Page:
Ever since the enactment of the Indian Constitution in 1950, public awareness of problems with death penalty and prevailing legal standards have evolved significantly. India is said to be one of the most liberal and open countries in the world and our constitution is a testimony to this very fact. In dozens of countries, democratic governments in the course of conducting a major review of their national constitutions have decided to curtail, if not abolish, the death penalty. In national systems and as a matter of international law, it is increasingly recognised that the death penalty has no place in a democratic and civilised society. India is sovereign, secular, and democratic. And yet, it is astonishing that India is one of the few, to be exact, 54 countries in the world, which still embraces the concept of capital punishment Provisions in the IPC
The Indian Penal Code (IPC) provides for capital punishment for the following offences, or for criminal conspiracy to commit any of the following offences (Section 120-B): 1.Murder (s.302) and murder committed by a life convict (s. 303).(Though the latter was struck down by the Supreme Court, it still remains in the IPC) 2.Abetment of a suicide by a minor, insane person or intoxicated person (s.305) 3.Threatening or inducing any person to give false evidence resulting in the conviction and death of an innocent person (s.195A) 4.Perjury resulting in the conviction and death of an innocent person (s.194) 5.Treason, for waging war against the Government of India (s.121) 6.Abetment of mutiny actually committed (s.132)
7.Attempted murder by a serving life convict (s.307(2))
8.Kidnapping for ransom (s.364A)
9.Dacoity [armed robbery or banditry] with murder (s.396)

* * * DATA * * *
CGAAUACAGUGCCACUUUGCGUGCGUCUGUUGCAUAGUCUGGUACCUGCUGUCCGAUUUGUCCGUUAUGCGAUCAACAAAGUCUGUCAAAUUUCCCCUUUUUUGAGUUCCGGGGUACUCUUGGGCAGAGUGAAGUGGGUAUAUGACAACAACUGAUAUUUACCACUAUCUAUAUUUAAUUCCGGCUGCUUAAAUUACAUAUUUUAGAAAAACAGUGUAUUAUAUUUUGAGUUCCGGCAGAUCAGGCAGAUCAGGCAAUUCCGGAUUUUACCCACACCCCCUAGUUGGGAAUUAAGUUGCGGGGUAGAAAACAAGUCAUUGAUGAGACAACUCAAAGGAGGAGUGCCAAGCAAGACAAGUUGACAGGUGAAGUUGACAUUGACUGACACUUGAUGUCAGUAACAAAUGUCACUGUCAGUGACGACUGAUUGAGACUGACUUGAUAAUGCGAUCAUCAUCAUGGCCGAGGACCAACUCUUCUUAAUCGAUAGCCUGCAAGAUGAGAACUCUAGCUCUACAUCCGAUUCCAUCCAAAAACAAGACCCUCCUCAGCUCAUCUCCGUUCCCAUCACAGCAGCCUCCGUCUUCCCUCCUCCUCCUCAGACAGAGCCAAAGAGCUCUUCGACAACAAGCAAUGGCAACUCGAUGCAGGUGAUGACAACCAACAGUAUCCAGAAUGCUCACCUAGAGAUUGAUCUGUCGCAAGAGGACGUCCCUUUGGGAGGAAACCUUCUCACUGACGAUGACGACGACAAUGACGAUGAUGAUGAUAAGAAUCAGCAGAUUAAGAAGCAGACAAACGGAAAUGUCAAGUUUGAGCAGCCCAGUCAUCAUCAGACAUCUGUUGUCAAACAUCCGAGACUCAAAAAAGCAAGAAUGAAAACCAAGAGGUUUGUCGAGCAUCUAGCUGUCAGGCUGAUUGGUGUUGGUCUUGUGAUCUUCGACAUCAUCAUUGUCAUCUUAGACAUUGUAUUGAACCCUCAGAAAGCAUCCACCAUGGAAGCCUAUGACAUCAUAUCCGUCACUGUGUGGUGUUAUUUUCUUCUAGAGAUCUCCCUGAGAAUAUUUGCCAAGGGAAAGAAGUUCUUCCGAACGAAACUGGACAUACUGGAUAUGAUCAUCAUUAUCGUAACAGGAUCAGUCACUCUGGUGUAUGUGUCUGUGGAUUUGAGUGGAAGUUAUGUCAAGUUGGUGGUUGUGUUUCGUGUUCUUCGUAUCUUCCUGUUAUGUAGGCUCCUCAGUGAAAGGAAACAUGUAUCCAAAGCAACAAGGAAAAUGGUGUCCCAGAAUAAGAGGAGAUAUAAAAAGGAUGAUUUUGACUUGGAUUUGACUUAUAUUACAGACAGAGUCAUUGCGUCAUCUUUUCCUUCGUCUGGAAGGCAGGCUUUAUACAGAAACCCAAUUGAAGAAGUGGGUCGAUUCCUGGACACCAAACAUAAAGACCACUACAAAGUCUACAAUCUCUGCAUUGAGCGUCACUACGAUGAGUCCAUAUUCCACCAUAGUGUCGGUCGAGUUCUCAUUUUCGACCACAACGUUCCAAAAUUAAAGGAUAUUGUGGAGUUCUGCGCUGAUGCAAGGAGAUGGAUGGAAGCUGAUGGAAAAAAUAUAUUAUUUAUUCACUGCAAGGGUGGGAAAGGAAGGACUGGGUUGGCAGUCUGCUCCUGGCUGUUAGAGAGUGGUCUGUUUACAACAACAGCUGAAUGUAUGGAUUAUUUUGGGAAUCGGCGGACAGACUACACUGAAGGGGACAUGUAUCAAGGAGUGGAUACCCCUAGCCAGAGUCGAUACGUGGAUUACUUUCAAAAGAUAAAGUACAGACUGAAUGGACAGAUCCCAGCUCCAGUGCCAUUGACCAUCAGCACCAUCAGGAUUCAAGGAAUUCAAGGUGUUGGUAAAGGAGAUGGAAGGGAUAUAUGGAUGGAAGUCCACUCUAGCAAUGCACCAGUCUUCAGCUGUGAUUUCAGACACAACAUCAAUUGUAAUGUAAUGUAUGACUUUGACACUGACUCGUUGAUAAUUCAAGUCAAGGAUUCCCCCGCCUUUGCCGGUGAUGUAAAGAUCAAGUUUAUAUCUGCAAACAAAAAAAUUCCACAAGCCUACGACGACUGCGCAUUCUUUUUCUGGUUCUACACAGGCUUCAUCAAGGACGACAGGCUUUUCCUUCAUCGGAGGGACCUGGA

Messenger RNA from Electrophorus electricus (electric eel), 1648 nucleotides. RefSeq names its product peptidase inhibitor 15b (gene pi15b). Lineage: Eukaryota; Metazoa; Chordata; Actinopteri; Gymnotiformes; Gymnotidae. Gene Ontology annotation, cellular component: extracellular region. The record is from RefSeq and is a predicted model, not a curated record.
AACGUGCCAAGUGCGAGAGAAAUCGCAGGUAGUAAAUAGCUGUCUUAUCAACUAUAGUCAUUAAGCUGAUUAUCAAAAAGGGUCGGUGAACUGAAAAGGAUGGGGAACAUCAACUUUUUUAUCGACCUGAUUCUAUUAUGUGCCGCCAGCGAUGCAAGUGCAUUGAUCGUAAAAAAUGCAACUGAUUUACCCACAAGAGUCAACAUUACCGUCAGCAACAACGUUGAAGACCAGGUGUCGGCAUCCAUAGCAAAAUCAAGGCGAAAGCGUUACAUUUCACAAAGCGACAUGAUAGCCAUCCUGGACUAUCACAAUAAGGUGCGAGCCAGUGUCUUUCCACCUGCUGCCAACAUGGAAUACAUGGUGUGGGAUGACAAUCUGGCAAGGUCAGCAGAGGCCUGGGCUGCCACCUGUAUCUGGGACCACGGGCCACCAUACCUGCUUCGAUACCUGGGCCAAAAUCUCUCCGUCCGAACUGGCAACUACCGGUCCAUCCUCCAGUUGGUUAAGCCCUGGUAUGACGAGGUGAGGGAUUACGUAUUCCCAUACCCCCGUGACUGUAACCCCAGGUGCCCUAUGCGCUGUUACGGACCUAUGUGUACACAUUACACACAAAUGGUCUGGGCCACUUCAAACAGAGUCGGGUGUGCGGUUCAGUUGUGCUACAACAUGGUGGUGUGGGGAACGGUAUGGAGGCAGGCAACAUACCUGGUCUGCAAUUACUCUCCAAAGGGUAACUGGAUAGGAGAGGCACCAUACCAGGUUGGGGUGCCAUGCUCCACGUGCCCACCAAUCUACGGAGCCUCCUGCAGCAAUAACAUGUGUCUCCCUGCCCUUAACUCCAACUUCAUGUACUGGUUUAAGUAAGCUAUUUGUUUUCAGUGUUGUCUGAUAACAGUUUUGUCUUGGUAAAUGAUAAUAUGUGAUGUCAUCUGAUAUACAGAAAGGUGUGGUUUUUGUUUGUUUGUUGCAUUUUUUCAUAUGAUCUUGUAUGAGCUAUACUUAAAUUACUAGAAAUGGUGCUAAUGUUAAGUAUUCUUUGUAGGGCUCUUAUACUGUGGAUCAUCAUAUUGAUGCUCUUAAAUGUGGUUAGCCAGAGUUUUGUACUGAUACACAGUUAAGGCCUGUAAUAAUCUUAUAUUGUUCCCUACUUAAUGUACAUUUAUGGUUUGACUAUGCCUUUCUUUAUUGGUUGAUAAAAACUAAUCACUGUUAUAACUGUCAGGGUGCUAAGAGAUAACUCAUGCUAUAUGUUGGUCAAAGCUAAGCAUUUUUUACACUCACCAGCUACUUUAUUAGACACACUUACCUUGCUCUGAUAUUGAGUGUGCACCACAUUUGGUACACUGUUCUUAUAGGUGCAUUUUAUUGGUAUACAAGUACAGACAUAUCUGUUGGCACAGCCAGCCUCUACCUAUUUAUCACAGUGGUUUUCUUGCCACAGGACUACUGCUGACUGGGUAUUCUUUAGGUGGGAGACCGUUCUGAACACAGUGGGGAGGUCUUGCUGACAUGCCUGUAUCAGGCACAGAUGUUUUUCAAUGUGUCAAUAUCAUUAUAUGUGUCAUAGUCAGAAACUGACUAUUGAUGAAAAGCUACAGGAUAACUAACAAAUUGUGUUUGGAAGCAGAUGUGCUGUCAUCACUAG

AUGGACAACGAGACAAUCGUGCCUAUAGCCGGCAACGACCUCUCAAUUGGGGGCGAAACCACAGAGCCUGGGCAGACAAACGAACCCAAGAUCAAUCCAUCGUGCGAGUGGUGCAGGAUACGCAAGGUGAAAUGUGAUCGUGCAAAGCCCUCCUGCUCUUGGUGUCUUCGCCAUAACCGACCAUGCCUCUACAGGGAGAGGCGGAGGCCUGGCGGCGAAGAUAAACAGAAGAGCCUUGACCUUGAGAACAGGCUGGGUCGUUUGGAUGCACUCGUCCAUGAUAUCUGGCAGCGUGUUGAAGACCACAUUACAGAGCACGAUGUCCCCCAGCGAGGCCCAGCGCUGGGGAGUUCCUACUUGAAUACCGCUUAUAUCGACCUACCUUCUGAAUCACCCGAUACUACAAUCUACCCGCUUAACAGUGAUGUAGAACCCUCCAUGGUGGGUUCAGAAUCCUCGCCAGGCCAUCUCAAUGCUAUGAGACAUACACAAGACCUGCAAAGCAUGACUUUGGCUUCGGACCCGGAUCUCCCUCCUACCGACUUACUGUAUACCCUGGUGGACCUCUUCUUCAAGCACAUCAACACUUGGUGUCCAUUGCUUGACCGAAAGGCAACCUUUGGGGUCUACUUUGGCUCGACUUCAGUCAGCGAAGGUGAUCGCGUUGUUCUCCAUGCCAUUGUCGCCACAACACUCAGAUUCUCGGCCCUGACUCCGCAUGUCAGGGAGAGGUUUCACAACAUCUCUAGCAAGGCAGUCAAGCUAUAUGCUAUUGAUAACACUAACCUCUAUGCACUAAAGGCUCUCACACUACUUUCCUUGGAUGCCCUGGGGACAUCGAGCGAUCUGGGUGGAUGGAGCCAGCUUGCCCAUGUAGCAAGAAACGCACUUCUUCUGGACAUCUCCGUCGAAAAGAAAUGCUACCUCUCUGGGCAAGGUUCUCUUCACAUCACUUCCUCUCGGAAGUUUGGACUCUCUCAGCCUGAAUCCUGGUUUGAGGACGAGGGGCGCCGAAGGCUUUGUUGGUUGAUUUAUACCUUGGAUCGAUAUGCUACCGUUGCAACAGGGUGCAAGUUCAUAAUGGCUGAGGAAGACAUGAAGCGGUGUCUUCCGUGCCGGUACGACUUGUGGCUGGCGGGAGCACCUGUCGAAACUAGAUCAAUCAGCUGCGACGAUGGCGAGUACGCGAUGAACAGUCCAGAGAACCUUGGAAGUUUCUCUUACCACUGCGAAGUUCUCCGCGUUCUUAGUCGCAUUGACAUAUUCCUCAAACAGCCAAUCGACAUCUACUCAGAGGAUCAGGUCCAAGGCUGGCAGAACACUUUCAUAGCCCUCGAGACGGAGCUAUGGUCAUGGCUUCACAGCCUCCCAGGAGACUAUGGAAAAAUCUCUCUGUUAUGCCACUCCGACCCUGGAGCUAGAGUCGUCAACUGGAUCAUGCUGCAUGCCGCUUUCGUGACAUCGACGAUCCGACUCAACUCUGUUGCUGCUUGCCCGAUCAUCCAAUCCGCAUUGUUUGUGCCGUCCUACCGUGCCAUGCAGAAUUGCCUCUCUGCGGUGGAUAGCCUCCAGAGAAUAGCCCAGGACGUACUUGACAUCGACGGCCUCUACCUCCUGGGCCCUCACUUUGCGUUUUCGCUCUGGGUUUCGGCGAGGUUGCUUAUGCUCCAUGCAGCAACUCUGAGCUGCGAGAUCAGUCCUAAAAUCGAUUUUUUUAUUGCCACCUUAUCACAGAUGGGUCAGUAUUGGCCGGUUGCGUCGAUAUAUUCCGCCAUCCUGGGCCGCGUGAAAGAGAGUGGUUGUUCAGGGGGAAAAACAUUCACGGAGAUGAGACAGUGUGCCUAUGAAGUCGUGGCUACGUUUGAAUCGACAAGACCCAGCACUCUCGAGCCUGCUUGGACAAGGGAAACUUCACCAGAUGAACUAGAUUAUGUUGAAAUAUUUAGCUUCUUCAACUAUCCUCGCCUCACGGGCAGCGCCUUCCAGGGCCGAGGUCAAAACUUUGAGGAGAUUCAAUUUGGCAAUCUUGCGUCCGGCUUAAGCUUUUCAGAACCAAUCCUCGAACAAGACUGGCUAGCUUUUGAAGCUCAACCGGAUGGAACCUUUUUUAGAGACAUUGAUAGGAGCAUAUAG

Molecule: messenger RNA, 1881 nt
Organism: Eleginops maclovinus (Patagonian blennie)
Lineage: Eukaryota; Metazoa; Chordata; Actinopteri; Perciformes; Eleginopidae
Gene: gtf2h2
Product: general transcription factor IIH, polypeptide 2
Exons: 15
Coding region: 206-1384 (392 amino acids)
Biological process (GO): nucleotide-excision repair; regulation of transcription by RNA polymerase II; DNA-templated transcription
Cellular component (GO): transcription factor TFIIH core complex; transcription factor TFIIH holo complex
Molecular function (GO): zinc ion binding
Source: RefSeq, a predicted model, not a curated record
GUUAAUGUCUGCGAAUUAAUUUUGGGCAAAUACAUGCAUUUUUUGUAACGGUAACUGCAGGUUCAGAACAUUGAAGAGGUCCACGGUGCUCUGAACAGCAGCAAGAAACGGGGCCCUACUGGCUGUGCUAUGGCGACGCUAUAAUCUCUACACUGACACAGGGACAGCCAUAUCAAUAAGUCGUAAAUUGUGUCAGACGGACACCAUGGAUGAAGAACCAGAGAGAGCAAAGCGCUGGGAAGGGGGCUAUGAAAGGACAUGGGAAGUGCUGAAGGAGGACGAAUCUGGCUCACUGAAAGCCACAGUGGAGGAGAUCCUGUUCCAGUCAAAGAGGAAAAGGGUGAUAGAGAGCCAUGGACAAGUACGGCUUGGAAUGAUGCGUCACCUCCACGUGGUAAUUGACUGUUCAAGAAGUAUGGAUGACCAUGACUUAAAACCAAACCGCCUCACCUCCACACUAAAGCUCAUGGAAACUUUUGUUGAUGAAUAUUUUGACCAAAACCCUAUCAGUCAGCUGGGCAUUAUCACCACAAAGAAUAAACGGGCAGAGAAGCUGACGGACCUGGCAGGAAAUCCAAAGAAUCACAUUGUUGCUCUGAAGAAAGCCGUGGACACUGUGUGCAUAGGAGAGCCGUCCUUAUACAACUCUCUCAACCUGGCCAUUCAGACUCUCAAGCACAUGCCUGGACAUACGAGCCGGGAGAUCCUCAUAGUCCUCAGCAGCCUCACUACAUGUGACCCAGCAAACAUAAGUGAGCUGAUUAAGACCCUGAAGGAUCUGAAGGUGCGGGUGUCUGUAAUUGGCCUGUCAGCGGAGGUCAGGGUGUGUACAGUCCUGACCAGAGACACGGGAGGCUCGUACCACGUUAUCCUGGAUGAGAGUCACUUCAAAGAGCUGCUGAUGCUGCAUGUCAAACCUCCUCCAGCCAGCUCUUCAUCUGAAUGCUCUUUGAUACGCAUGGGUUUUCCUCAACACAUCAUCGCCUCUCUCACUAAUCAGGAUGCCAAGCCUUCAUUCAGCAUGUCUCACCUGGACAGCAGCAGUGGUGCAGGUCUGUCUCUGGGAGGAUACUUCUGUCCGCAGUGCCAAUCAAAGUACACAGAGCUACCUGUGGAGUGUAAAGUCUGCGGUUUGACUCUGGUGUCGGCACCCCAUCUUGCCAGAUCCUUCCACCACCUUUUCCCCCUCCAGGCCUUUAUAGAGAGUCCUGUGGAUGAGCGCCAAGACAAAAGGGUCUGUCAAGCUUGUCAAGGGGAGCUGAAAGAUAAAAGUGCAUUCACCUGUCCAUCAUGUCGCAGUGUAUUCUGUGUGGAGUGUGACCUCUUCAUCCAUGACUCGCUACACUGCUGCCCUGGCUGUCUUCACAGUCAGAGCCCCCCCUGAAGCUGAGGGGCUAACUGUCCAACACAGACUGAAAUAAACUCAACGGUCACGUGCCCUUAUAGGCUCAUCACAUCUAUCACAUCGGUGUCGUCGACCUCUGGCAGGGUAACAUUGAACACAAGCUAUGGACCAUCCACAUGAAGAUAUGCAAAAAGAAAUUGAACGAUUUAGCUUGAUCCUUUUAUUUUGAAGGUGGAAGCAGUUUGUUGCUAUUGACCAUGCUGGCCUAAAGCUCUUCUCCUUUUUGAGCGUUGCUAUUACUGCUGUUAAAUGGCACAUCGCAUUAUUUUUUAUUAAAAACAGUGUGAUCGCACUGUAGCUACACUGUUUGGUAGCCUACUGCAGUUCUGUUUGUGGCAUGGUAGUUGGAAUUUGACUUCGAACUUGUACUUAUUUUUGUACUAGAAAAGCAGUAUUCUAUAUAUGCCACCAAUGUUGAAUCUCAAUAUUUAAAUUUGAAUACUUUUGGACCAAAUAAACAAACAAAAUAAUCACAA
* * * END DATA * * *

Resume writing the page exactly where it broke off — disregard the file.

Death penalty is also provided under the following special and local laws: 1.Unlawful Activities Prevention Act 1967 (as amended in 2004) 2. Defence and Internal Security of India Act 1971
3. Defence of India Act 1971
4.Commission of Sati (Prevention) Act 1987
5.Narcotic Drugs and Psychotropic Substances (Prevention) Act, 1985, as amended in 1988 6.Terrorist and Disruptive Activities (Prevention) Act 1987 (TADA) 7. Prevention of Terrorism Act 2002 (POTA)
8.Scheduled Castes and Scheduled Tribes (Prevention of Atrocities) Act 1989 9.Explosive Substances Act 1908 (amended in 2001)
10.Arms Act 1959 (amended in 1988)
11.Laws relating to the Armed Forces, for example the Air Force Act 1950, the Army Act 1950 and the Navy Act 1950 and the Indo-Tibetan Border Police Force Act 1992 12.Various states (Andra Pradesh, Karnataka, Arunachal Pradesh and Maharashtra) have control of Organised Crime Acts which entail the death penalty.hment or the death penalty. ON, 29 August, the Supreme Court upheld Ajmal Kasab’s death sentence. Kasab is the sole surviving gunman of the 26 November 2008 attacks in Mumbai, which killed 166 people. This led to renewed debate about the death penalty, with political parties calling for Kasab’s early execution. On 18 September, it was reported that Kasab has filed a mercy petition to the President. A total of 12 mercy petitions are currently pending before President Pranab Mukherjee.
The law uses death penalty as an ultimate punishment and also as a deterrent of any further crime. People fear death most, so the notion of a death penalty is supposed to prevent them from committing the crime in the first place. An alternative to death penalty in vogue is life imprisonment, maybe without parole. People who support death penalty over life imprisonment have the burden of proving the deterring effect of the former over the latter, but this is rarely the case. Over years of statistical studies it could not be proved that inflicting a death penalty would more efficiently prevent capital crime. There are data on the contrary like crime rates in US (where you have death penalty) is much more than that in many European countries (where death penalty...